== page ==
Primary 2012: What Do Mormons and Democrats Have In Common?


What do Mormons and Democrats have in common?

A lot, Mistie Tolman and Lisa Perry said.

Tolman and Perry share a lot in common. They’re both blue ladies in a red state. The two Idaho natives like to rock a Congressional candidate Nicole LeFavour campaign T-shirt and get out the vote. And by their own admission, they’re "recovering Mormons."

But their Mormon values still run deep – so deep they needed an outlet. And they found that outlet in the Democratic Party.

“Mormon values more closely align with that of the Democratic Party than those of the Republican Party. Mormons and Democrats both take care of each other. Mormons and Democrats are both blue collar, hard-working people,” Tolman said.

Tolman said the Democratic Party shares many of the values held by Mormons – ex, recovering or practicing. But Tolman, who also identifies herself as a recovering Republican, said most of her former LDS congregants aligned with the GOP.

“(Mormons) have a strict policy to not preach from the pulpit,” Tolman said.

“However …” Tolman and Perry said in unison.

“Every once in a while politics sneaks in,” Tolman said.

Tolman recalled an LDS bishop reading a letter in favor of a proposition that would have denied marriage rights to gay and lesbian couples. The letter, Tolman guessed, came straight from Salt Lake City.

“I never quite got it,” said Perry.

When Tolman and Perry rattle off the list of Mormon values, they said they still find those same values on the Democratic platform.

Mormons place a premium on hard work. And ditto for the Democrats, the two say.

Education? You’ll find dual Mormon-Democratic support for that, too.

And families? Mormons love their families and family values, Tolman said. And Democrats value family, no matter what form it comes in, she said.

Tolman and Perry weren’t the only blue ladies that made the Mormon-Democratic connection. They looked around the Democratic headquarters for Mormons and the ex-LDS that found a haven in Idaho’s minority party. There’s one, there’s one, and there’s another one, they said, fingers pointing.

Lucy Juarez considers herself rooted in Mormonism via her Republican mother’s LDS upbringing. She credits her Mormon foundation for pushing her toward the Democratic Party. It started with all of that family time Mormons value, she said.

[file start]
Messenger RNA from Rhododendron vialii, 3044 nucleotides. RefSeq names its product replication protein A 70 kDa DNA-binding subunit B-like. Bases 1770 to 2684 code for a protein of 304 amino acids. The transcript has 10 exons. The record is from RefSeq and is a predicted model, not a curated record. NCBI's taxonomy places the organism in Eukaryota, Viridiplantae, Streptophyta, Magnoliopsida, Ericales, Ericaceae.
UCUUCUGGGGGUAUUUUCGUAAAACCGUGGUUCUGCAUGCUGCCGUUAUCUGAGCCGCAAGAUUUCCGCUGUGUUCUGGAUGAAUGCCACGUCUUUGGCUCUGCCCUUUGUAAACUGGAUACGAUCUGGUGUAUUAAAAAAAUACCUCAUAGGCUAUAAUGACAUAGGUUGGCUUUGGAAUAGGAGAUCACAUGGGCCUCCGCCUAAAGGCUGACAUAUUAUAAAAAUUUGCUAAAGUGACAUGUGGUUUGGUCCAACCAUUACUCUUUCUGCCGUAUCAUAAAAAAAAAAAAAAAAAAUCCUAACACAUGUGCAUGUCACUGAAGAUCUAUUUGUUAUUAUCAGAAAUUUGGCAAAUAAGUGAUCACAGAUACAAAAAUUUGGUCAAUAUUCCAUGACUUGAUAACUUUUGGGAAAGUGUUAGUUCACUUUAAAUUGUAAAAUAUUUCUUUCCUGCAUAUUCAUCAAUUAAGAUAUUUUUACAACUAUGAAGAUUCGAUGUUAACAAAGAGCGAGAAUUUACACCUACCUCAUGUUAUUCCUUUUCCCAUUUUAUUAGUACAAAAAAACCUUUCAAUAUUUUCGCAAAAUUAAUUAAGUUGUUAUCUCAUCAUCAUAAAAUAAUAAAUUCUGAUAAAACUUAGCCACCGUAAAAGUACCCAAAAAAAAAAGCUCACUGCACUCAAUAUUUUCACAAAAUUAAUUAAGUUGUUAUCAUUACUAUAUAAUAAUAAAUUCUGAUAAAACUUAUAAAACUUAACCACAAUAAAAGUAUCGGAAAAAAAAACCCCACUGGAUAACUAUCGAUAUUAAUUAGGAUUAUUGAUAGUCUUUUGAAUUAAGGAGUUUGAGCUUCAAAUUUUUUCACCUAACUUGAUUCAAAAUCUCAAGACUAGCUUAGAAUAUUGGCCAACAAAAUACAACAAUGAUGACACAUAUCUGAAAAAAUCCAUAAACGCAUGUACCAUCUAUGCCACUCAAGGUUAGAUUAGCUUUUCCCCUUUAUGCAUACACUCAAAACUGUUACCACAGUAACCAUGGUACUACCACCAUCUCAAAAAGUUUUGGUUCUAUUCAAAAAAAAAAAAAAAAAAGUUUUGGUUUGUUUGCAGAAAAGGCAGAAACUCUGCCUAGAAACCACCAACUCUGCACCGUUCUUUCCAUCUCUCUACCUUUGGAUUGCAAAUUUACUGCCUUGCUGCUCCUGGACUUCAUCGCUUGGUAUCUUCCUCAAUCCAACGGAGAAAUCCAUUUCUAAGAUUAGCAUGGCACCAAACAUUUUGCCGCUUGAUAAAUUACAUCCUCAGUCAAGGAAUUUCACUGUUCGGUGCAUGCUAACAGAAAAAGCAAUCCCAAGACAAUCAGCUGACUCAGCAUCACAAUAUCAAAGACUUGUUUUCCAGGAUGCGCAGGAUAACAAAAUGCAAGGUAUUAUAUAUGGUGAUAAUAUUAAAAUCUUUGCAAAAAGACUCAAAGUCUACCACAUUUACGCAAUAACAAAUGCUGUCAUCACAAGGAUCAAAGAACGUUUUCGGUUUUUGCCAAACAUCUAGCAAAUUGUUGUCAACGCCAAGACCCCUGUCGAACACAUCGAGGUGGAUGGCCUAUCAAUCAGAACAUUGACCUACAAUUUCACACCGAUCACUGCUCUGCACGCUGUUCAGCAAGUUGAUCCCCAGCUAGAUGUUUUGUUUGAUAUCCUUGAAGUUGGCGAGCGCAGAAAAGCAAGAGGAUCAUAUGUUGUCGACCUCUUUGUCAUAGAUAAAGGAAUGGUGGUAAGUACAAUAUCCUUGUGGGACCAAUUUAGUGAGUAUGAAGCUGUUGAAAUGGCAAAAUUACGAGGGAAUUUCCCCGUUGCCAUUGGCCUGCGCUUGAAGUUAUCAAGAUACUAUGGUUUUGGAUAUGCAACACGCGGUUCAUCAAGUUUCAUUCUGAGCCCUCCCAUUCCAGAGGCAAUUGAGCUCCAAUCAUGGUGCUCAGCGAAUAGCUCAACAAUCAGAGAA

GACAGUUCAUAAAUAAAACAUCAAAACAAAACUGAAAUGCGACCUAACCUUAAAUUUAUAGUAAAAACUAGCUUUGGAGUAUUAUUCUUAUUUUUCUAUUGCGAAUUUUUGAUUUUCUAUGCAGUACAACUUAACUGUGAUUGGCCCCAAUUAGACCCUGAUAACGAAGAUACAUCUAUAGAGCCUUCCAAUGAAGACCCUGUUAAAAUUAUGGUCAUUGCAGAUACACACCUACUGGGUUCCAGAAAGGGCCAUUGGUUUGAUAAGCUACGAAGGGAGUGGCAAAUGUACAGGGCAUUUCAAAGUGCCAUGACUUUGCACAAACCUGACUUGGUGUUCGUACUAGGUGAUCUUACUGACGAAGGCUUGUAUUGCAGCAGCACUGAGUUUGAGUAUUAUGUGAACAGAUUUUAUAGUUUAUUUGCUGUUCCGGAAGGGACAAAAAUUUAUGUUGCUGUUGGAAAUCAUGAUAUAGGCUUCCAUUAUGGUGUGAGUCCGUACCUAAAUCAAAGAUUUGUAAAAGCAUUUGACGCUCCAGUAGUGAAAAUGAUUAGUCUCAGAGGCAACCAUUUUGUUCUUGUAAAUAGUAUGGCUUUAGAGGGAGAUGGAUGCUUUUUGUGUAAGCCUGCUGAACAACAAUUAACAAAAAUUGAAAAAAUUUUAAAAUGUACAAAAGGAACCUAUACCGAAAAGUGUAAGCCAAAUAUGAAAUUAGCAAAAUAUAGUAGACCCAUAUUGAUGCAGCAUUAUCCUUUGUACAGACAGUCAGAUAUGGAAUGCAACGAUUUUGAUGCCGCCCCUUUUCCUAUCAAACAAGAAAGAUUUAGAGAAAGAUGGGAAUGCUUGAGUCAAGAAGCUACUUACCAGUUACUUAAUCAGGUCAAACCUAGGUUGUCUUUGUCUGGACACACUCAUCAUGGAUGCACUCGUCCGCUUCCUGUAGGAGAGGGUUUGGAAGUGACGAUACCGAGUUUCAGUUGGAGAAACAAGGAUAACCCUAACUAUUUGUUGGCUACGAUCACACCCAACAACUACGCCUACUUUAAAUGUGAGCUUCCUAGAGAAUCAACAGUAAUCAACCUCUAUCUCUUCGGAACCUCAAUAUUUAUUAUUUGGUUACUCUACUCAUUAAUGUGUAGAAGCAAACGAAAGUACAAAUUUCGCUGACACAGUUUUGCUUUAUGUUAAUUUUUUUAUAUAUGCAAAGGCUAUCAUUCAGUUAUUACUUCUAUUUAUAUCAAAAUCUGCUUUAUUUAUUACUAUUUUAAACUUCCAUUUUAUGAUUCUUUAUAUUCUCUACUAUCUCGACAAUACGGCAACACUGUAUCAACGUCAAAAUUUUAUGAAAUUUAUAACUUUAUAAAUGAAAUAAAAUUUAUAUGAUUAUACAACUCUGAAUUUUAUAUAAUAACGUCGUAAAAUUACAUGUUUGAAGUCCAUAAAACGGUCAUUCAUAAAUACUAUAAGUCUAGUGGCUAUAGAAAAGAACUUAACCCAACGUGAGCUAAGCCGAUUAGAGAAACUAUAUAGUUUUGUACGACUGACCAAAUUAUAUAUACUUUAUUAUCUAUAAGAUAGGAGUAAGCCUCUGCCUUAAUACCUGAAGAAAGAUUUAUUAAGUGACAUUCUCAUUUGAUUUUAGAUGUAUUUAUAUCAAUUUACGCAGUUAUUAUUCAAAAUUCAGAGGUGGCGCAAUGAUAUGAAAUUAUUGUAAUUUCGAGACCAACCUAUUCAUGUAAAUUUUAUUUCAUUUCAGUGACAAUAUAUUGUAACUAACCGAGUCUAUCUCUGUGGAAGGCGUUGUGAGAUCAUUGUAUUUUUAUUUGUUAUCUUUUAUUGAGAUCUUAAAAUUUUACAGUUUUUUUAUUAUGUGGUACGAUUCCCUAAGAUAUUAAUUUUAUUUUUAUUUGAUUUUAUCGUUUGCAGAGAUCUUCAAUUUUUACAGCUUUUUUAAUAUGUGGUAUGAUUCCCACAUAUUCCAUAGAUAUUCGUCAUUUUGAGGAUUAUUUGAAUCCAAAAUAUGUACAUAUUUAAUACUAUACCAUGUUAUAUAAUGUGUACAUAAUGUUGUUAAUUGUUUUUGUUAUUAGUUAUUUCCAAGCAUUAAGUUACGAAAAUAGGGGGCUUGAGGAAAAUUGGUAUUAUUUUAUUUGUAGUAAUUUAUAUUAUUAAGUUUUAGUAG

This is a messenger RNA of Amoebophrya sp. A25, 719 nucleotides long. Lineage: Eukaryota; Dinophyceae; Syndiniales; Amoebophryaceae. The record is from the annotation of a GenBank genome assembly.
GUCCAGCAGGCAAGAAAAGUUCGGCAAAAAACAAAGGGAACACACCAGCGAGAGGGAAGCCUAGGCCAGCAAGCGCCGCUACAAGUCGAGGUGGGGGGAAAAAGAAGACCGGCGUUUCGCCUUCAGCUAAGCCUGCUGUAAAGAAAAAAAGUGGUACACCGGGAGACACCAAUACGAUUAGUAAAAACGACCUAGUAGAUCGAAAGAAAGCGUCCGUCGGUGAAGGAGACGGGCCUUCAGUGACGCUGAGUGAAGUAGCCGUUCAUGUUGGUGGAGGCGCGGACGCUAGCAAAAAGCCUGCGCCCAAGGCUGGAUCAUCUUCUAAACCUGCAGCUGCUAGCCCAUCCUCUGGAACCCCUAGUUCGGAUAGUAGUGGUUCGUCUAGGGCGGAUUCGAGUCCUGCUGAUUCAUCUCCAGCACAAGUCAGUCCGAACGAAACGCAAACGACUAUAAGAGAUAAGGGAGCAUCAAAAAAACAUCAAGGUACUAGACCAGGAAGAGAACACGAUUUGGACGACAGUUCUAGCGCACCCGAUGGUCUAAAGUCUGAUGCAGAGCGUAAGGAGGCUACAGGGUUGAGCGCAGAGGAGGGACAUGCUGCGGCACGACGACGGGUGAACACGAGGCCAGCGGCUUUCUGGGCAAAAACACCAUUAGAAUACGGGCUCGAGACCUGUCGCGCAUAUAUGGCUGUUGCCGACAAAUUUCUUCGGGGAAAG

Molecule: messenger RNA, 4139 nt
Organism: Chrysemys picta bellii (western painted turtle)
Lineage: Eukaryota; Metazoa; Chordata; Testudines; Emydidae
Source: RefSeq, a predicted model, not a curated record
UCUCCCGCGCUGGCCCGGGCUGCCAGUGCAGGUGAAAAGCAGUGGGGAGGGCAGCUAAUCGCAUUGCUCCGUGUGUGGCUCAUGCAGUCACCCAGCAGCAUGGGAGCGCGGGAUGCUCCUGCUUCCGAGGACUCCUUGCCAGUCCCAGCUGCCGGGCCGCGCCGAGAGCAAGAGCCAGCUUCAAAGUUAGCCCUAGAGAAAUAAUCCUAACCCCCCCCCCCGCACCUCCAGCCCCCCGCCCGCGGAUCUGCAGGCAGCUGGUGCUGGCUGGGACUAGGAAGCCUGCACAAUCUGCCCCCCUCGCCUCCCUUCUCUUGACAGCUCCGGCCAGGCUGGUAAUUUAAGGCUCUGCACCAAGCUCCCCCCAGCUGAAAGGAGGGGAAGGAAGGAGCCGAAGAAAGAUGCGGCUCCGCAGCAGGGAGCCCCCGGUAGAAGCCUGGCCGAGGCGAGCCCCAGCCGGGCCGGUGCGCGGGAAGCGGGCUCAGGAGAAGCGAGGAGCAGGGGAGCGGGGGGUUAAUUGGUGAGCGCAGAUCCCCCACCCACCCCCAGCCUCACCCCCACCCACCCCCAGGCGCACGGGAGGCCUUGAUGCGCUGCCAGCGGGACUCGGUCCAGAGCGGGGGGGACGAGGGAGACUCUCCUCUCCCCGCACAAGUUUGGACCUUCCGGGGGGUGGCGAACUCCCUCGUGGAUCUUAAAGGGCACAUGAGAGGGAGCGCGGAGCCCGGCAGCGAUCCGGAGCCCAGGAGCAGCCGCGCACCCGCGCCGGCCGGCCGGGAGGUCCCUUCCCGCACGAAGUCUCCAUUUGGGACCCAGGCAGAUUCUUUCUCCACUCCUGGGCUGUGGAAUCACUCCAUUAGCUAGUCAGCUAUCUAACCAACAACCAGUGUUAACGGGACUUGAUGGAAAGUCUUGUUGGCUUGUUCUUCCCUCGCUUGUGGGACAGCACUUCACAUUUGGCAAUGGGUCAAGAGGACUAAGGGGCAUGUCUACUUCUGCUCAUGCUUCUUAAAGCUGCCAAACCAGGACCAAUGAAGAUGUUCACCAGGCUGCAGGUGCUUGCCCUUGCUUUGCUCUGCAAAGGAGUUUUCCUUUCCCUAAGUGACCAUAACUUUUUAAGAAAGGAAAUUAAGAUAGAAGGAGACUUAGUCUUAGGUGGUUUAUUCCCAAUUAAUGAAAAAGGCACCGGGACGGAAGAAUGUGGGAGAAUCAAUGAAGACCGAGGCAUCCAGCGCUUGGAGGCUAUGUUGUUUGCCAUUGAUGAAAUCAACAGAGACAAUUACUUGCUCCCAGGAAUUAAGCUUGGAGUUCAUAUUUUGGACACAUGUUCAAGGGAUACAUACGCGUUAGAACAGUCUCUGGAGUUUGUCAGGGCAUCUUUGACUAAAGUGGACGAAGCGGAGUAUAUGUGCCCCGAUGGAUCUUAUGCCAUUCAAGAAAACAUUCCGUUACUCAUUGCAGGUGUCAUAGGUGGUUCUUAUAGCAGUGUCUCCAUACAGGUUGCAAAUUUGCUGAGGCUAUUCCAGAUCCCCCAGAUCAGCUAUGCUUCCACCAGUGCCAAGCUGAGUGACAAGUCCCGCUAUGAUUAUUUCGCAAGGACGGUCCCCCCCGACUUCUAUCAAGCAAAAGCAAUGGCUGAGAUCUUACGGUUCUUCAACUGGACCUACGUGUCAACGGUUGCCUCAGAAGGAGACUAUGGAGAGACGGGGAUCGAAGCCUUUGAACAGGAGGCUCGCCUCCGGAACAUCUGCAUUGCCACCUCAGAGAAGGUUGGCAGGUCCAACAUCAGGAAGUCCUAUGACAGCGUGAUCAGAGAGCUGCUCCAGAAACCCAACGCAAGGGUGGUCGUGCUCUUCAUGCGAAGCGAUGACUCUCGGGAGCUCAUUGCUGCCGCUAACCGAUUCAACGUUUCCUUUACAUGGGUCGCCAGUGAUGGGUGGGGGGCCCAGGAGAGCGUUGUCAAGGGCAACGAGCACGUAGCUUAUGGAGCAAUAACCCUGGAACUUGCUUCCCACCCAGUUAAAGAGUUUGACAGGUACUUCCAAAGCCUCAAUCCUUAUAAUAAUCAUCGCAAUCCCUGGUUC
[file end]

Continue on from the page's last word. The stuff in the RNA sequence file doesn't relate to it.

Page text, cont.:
“It kind of just evolved from the way my parents raised us," said Juarez. "We would have conversations around the dinner table and we would talk about what was in the news. We talked a lot about the greater community. How can you only worry about yourself and not your neighbor? And that goes back to core Mormon values – concern for your neighbor, the community, and others.”

And Democratic values, Tolman added.

Tolman hails from 83709 – that’s South Boise, and for those unfamiliar with the Mormon map, there are a lot of Wards out there. It wasn’t easy for a young woman surrounded by the Mormon GOP to leave the church and the politics. Some from Tolman’s family refused to speak to her once she turned blue. And they’re still not talking.

“They’re good people,” she said of her family and the faithful. Tolman pauses. “It’s amazing to go from love with conditions to people who just love you for exactly who you are,” Tolman said of her Democratic family.

“And they give you the exact same rights and opportunities as anyone else!” Juarez added.

Tolman knows that some Mormons don’t get the Democratic connection. That’s OK, she said.

“The, ‘What’s wrong with you?’ conversation doesn’t work,” Perry said.

But Tolman does have a word of advice for the LDS faithful.

“Vote for Nicole. She will make Idaho better for Idahoans and Mormons!”